It is a testament, actually, to how cherished the Woodstock Experience still is that so many are still eager to tap into that “singular moment.”

A walk through any bookstore this summer will find more than a dozen new books about the event. There will be a new Ang Lee movie, “Taking Woodstock,” about preparations for the festival, as well as a new VH1 documentary “Woodstock: Now and Then” from Barbara Kopple.

And, of course, there’s the music. Sony Legacy has a new 10-CD boxed set called “The Woodstock Experience,” while Rhino Records is offering the six-CD “Woodstock — 40 Years On: Back to Yasgur’s Farm,” which will include 38 previously unreleased tracks and the entire festival set list.

But it doesn’t stop there. You could put your Woodstock coffee mug on some Woodstock coasters made from the vinyl albums of Woodstock artists, while you fold some Woodstock psychedelic origami and put together a thousand-piece Woodstock puzzle, while wearing some Woodstock T-shirts, naturally.

Cocooning in that moment becomes important, since it didn’t last very long. What Woodstock succeeded in creating was idyllic, but it was also short-lived.

“It was a high point,” says Jim Henke, the Rock and Roll Hall of Fame and Museum’s vice president of exhibitions and curatorial affairs. “For a moment, it was the center of pop culture. It showed a huge number of young people rebelling against the social norms of the time, and it showed the hippie movement to be as big as it was. And it all went off pretty smoothly. Then came Altamont, and that sent almost the opposite message.”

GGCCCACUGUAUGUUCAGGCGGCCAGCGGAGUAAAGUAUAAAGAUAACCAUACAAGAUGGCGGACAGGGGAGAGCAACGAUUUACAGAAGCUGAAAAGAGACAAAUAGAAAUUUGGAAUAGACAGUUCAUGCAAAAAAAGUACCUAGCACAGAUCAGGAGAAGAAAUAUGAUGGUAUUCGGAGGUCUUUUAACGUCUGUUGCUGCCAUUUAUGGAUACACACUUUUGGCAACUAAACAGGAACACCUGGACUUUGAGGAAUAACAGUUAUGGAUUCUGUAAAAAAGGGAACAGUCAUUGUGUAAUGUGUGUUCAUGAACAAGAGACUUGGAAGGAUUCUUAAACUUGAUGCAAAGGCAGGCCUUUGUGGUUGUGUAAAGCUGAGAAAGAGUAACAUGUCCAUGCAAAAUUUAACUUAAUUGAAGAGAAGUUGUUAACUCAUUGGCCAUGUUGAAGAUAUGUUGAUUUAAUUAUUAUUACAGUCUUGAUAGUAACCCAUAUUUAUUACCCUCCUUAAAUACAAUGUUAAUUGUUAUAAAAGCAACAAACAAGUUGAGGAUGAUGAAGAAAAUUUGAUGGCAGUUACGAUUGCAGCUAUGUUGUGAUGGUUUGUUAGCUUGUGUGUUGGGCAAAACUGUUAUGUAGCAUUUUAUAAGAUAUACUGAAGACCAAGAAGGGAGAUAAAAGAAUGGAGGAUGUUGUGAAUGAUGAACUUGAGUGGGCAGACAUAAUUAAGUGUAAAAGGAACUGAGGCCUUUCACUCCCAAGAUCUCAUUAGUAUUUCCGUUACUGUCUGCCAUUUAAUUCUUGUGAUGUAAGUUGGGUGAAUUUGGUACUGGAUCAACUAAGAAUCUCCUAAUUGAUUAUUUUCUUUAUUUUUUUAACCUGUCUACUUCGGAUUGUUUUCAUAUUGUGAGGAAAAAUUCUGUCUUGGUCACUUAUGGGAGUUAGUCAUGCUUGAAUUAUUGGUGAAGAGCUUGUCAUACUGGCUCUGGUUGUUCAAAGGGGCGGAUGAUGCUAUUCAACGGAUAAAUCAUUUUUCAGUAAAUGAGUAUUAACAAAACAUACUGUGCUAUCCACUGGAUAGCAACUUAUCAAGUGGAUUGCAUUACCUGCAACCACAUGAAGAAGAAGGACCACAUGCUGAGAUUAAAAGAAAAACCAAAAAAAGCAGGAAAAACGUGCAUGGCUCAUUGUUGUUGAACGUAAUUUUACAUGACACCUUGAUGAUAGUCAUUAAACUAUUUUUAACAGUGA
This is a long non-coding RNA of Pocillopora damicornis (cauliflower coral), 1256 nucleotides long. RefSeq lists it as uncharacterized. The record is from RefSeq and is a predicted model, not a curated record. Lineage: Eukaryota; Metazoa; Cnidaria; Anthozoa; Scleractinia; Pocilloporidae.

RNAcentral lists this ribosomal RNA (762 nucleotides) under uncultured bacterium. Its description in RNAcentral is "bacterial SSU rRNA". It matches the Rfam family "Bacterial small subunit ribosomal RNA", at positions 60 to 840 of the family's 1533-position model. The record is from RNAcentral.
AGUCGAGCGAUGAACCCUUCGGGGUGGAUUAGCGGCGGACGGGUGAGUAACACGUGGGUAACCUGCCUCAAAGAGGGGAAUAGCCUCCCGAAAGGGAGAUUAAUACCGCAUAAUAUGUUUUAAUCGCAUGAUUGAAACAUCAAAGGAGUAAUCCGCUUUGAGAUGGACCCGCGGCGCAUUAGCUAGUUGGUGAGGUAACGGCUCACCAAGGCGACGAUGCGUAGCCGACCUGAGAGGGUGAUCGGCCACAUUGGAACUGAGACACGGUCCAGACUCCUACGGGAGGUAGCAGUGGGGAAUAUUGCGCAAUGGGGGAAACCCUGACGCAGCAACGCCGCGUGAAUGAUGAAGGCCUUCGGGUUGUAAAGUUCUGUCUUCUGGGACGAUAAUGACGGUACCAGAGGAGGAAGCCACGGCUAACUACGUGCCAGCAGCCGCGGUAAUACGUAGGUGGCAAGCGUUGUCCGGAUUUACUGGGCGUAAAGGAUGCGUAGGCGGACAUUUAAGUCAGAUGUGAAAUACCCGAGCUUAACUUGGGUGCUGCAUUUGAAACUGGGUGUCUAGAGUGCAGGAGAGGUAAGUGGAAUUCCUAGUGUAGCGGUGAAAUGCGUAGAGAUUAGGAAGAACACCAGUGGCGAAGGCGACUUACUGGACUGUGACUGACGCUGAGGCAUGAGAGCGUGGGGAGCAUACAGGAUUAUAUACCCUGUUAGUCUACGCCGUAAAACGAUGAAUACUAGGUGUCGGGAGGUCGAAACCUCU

The violence at the Altamont concert, along with the substance-abuse deaths of Jimi Hendrix, Janis Joplin and Jim Morrison shortly after that, quickly overturned the “sex and drugs and rock and roll” idealism that Woodstock had built. Reality had overtaken the myth.
Slowly but surely, the balance began to shift again. Henke says all the attention that the anniversaries bring to the original Woodstock add to its importance, as does the recently rereleased “Woodstock” documentary.

“For many people, when that movie came out, that was the introduction for many people to that ethos, that lifestyle,” he says. “It all helps spread the word.”

And for artists like Mountain’s West, who became a star after performing at the festival and plans to return this week to play the 40th anniversary show at the Bethel Woods Center for the Arts, Woodstock’s positive aspects will always outweigh whatever negatives that followed it.

“I’m really looking forward to the show,” says West, who plans to wed his fiancee, Jenni Maurer, onstage at the end of the band’s Woodstock set. “It’s such a beautiful place.”

West, like a lot of people whose lives were changed by the Woodstock Music and Art Fair, see the potential.

For three days, 40 years ago, 400,000 people joined together to show that the hippie ideals of peace and love and mutual respect could not only work, but could lead to an unforgettably good time. Since then, we have seen numerous examples of how this could break down. But it happened once. Maybe it could happen again.

Maybe that is the true legacy of Woodstock.

One of the Fab Four

Last week I had the opportunity to see Paul McCartney at Fenway Park. Again, the Beatles did not perform at the Woodstock festival, yet their music was arguably the most popular of the 60s counterculture.